Marriage and Family Therapy

Early Relationships, Not Brainpower, Key to Adult Happiness

Social connection is a more important route to adult well-being than academic ability. Positive social relationships in childhood and adolescence are key to adult well-being, according to Associate Professor Craig Olsson from Deakin University and the Murdoch Children's Research Institute in Australia, and his colleagues. In contrast, academic achievement appears to have little effect on adult well-being. The exploratory work, looking at the child and adolescent origins of well-being in adulthood, is published online in Springer's Journal of Happiness Studies.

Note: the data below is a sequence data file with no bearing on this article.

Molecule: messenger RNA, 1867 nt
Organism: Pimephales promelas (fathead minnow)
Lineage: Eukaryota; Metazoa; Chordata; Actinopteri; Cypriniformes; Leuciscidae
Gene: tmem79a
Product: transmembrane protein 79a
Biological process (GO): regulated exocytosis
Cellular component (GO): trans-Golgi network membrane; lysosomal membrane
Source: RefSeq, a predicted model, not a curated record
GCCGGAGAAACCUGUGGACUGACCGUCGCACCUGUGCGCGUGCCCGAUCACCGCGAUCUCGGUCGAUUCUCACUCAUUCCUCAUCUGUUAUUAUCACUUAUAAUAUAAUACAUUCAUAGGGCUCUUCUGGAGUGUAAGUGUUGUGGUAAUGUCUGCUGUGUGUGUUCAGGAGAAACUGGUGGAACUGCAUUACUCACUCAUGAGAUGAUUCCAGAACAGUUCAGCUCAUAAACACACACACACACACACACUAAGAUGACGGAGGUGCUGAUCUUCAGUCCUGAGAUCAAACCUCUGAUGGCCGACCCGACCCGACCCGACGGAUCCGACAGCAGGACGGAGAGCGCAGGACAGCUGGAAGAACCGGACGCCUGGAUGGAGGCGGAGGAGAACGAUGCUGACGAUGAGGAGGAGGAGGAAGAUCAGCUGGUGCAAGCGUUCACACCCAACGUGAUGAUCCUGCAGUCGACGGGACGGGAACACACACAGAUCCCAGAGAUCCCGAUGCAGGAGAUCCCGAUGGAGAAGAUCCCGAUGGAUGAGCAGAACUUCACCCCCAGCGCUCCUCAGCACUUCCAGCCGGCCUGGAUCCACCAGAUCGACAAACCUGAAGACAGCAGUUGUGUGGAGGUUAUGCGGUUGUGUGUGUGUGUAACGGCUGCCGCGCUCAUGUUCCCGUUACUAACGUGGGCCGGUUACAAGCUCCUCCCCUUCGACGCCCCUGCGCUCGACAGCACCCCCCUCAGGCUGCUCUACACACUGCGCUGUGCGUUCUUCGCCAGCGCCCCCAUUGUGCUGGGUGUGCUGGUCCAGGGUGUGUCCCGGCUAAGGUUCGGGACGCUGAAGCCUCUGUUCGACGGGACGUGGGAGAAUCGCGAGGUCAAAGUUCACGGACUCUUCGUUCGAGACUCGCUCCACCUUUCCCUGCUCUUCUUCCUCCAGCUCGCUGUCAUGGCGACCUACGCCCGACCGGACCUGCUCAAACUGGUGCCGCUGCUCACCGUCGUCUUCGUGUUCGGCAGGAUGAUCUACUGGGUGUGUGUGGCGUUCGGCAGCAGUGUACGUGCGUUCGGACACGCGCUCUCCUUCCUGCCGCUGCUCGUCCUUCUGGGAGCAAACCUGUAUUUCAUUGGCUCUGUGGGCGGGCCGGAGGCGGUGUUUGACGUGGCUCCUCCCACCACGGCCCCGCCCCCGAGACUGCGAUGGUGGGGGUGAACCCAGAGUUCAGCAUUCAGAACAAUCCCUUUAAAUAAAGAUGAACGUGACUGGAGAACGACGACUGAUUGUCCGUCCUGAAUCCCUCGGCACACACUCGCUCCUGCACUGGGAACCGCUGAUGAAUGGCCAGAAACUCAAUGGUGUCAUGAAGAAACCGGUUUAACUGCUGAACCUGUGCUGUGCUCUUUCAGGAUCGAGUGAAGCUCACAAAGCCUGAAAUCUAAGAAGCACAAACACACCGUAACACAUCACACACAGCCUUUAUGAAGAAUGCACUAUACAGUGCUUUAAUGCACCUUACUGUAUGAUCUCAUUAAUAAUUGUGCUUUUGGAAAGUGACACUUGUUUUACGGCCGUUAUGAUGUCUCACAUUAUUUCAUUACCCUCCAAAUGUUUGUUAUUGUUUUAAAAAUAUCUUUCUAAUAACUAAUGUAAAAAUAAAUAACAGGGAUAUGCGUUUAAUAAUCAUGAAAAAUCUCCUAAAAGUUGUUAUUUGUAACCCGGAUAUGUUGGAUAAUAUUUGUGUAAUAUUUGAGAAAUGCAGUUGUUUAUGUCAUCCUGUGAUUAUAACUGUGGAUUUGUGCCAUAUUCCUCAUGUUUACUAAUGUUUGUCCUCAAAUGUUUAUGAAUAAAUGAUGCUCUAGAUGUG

Read the rest of the article at: Early Relationships, Not Brainpower, Key to Adult Happiness

 

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